ISIS has confirmed the death of its leader Abu Bakr al-Baghdadi on Thursday, four days after President Donald Trump said the terror chief killed himself in a suicide explosion during a U.S. raid to capture or kill him on Saturday.
But the terror group, which has lost territory the size of Britain to a global coalition led by the U.S., warns that its reach across the world will expand under a new leader, identified as Abu Ibrahim al Hashimi al Qurashi.
The death of the infamous leader, who attracted tens of thousands of fighters to the "caliphate" in Iraq and Syria, has been heralded by the Trump administration as a significant blow for ISIS, but the message says the group "stands at the threshold of Europe and Central Africa.... It is expanding and remaining, with permission from Allah, from the east to the west."
The speech provides little information about the new leader or spokesperson, with both names actually noms de guerre that mask their real identity, but tie them to the Quraysh tribe, a historic Arab tribe based near Islam's holy city Mecca. Doing so is a way to create legitimacy for their leadership because the prophet Muhammad is said to be from the Quraysh tribe.
The leadership council of ISIS "convened immediately" after Baghdadi's death and agreed to pledge allegiance to al Hashimi, who is described as an experienced and battle-hardened commander, a "scholar of its scholars," and devout cleric, according to a translation by SITE Intel Group.
Al Hashimi is also identified as a "caliph" -- meaning the group still considers itself a caliphate despite its loss of territory. Pledges to the new leader have come in across social media, according to analysts, who have warned that the terror group has fierce affiliates in West Africa, the Middle East, South Asia, and even Southeast Asia.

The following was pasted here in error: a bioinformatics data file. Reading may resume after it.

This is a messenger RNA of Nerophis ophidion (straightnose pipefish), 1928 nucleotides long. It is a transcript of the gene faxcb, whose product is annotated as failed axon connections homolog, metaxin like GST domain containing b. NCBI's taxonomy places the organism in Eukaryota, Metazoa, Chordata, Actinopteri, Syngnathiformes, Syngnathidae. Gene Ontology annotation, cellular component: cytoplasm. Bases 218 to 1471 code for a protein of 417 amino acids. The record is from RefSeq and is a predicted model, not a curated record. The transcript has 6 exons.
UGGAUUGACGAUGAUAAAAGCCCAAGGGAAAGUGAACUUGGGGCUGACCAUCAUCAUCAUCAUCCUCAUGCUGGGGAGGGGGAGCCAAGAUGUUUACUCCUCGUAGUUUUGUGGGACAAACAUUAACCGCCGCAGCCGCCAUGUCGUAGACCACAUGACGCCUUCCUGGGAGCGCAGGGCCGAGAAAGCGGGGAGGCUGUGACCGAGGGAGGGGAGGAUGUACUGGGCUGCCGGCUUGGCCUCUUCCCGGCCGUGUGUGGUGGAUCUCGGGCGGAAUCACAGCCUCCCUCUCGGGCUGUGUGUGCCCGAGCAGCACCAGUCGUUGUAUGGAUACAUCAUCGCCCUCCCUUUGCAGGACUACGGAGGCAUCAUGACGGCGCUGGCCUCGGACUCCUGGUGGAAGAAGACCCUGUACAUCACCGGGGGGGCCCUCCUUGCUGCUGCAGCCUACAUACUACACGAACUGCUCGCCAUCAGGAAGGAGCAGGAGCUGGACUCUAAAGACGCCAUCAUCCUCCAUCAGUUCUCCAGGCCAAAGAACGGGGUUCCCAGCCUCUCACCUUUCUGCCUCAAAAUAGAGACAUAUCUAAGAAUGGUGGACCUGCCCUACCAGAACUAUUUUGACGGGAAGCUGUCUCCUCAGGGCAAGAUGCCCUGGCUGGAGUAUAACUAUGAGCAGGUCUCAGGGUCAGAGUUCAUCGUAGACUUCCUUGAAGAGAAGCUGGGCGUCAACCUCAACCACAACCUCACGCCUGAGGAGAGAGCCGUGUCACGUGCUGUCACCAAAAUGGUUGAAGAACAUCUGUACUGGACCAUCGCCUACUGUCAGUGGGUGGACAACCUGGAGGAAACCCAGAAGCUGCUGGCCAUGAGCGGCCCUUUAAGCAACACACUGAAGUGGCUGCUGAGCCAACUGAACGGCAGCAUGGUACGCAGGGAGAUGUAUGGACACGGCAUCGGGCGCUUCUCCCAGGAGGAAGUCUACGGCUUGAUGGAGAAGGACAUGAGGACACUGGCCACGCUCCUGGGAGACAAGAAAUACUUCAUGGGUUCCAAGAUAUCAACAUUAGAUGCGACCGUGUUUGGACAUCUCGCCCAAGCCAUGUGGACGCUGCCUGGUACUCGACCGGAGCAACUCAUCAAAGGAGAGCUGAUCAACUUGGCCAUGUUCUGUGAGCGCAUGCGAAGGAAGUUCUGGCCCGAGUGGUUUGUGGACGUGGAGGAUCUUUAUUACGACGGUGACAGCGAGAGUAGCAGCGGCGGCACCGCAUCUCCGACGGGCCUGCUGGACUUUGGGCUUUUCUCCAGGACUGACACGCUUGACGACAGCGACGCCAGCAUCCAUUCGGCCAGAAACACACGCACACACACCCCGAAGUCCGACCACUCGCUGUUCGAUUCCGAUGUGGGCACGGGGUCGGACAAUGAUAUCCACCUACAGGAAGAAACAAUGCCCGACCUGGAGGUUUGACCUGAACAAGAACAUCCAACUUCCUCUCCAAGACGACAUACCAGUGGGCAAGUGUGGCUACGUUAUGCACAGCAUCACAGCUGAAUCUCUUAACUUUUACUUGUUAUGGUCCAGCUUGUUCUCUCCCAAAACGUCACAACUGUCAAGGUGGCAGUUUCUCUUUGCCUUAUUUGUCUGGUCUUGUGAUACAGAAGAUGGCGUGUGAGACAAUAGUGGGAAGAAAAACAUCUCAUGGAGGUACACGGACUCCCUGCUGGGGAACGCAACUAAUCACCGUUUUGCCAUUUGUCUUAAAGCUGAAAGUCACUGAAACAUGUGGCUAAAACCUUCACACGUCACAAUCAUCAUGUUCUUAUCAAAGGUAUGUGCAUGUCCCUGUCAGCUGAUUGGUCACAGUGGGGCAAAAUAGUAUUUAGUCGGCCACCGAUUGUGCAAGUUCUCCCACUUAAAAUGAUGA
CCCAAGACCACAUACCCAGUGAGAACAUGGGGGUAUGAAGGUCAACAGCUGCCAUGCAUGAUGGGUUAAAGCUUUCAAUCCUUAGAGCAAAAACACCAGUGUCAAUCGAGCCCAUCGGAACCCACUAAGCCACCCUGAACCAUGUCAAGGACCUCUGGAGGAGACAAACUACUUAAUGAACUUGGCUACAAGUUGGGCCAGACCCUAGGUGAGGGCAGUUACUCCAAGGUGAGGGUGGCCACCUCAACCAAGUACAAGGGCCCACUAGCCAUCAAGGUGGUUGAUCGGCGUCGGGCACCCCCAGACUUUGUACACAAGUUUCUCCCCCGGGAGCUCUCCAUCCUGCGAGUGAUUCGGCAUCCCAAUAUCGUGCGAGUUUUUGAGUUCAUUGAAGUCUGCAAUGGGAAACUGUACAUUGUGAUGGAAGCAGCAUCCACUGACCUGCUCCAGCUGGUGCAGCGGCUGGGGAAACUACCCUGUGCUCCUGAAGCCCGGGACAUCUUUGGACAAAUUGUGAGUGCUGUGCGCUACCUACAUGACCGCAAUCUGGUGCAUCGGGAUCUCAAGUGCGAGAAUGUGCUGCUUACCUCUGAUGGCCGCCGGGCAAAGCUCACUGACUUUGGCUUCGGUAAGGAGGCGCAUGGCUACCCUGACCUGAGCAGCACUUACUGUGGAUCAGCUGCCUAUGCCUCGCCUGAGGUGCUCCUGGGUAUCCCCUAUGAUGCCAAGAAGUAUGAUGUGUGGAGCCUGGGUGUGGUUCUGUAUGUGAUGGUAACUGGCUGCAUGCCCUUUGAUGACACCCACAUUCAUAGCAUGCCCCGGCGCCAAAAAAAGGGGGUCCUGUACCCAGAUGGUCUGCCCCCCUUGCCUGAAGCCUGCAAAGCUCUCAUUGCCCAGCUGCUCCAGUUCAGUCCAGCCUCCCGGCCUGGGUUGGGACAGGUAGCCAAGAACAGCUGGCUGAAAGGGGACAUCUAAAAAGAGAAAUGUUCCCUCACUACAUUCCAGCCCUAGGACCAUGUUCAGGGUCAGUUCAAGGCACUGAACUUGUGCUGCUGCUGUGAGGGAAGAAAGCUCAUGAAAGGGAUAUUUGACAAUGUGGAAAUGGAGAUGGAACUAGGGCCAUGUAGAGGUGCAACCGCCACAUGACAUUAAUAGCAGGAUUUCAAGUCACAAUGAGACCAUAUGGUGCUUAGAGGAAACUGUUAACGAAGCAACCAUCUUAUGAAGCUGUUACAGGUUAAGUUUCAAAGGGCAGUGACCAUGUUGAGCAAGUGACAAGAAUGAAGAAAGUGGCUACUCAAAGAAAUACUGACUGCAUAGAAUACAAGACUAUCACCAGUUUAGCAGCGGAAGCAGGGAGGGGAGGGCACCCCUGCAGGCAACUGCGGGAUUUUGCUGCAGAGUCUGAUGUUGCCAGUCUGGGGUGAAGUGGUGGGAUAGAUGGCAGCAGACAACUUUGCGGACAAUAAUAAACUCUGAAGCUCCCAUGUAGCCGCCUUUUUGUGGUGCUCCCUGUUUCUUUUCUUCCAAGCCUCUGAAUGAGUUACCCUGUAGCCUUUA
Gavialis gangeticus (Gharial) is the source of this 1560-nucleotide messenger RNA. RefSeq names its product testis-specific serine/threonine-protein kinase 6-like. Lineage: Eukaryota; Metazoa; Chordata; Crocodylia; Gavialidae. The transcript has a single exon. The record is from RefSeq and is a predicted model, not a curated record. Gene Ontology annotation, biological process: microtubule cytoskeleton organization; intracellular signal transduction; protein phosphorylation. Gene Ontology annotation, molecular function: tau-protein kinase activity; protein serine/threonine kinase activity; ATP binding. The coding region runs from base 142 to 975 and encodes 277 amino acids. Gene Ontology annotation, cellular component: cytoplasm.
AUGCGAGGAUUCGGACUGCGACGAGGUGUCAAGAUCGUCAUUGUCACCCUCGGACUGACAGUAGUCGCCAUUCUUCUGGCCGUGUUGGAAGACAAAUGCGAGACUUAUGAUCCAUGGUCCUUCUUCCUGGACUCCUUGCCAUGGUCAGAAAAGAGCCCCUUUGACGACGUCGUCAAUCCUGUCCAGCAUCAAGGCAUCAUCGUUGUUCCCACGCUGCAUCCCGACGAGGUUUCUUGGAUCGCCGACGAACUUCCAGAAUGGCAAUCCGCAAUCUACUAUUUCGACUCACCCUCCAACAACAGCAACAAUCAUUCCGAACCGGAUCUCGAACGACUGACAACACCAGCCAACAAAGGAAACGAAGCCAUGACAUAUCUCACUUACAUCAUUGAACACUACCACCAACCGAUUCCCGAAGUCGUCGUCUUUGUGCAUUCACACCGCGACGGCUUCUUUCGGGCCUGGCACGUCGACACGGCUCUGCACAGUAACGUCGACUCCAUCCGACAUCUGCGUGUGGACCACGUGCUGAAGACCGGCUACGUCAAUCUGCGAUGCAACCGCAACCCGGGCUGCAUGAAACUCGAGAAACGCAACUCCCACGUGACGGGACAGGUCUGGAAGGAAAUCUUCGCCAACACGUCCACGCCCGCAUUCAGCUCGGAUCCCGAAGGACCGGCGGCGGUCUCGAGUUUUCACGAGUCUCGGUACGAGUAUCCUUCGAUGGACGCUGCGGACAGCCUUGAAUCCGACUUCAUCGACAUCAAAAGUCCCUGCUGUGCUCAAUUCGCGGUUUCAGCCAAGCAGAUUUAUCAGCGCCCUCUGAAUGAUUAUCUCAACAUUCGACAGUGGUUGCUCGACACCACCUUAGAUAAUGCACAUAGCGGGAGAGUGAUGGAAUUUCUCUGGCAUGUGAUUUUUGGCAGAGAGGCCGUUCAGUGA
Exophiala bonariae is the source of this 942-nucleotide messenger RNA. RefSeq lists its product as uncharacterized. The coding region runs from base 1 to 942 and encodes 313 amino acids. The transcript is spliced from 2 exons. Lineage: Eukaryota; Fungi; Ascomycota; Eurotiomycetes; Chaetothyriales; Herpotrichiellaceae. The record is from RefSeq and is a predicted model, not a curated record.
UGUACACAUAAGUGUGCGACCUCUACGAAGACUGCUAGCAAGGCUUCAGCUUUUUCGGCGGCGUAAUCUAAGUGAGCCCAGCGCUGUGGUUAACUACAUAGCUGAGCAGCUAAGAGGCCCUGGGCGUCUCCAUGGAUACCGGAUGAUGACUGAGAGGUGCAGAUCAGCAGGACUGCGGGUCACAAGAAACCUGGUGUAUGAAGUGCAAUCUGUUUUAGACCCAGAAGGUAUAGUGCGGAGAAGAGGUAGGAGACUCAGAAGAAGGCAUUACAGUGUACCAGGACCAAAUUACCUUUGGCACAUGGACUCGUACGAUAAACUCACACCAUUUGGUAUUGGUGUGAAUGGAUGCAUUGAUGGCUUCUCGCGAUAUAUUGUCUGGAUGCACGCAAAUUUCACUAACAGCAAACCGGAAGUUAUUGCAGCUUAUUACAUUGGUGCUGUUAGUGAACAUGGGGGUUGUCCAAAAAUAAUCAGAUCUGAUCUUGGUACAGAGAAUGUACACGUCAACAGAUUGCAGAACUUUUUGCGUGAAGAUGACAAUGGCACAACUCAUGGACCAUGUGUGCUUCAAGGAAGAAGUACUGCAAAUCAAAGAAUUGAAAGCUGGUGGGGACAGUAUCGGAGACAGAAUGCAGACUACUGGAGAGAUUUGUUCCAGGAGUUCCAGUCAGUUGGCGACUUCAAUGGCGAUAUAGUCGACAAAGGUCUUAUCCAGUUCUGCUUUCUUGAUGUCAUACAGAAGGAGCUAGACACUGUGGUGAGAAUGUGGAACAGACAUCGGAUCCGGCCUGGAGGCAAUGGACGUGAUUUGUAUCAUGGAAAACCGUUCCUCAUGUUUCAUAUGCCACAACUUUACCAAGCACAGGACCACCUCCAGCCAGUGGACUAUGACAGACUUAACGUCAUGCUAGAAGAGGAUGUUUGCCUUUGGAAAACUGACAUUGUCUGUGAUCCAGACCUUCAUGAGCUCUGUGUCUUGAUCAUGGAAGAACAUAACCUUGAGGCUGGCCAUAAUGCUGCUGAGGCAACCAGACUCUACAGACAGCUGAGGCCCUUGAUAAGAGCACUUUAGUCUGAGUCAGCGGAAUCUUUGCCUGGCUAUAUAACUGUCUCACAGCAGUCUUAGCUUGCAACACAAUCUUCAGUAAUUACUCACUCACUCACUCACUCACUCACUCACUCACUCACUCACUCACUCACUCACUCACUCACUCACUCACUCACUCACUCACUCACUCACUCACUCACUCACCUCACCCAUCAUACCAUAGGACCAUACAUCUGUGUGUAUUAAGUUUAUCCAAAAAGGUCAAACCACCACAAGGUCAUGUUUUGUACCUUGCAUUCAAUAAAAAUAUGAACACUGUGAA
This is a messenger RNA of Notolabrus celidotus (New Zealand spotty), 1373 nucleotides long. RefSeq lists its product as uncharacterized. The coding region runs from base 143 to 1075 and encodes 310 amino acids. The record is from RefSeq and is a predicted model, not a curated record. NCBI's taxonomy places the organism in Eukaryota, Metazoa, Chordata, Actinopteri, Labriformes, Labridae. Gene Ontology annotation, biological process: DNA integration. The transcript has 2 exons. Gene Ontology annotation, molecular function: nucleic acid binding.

"Do not be happy O America, for the death of Sheikh al-Baghdadi, and do not forget the cups of death at his hands," Abu Hamza warns, adding in a shot at Trump: "Do you not look how at how you have become the joke of the nations, your fate controlled by a stupid old man, who goes to sleep with one opinion and wakes up with another?"
There are also some 10,000 fighters still detained in prisons guarded by Syrian Kurdish forces allied with the U.S. in Syria. The security of those prisons is tenuous, with over 100 of them escaping in recent weeks after Turkey's offensive against the Kurds and U.S. officials warning for months that something must be done to repatriate fighters to their home countries and deal with the majority -- 8,000 or so -- that are from Iraq and Syria.
Neither the White House nor the State Department has responded to questions about the message.
"We killed the last murderous bastard who ran ISIS. Let's go get the next one," said Sen. Ben Sasse, R-Neb., in a brief statement.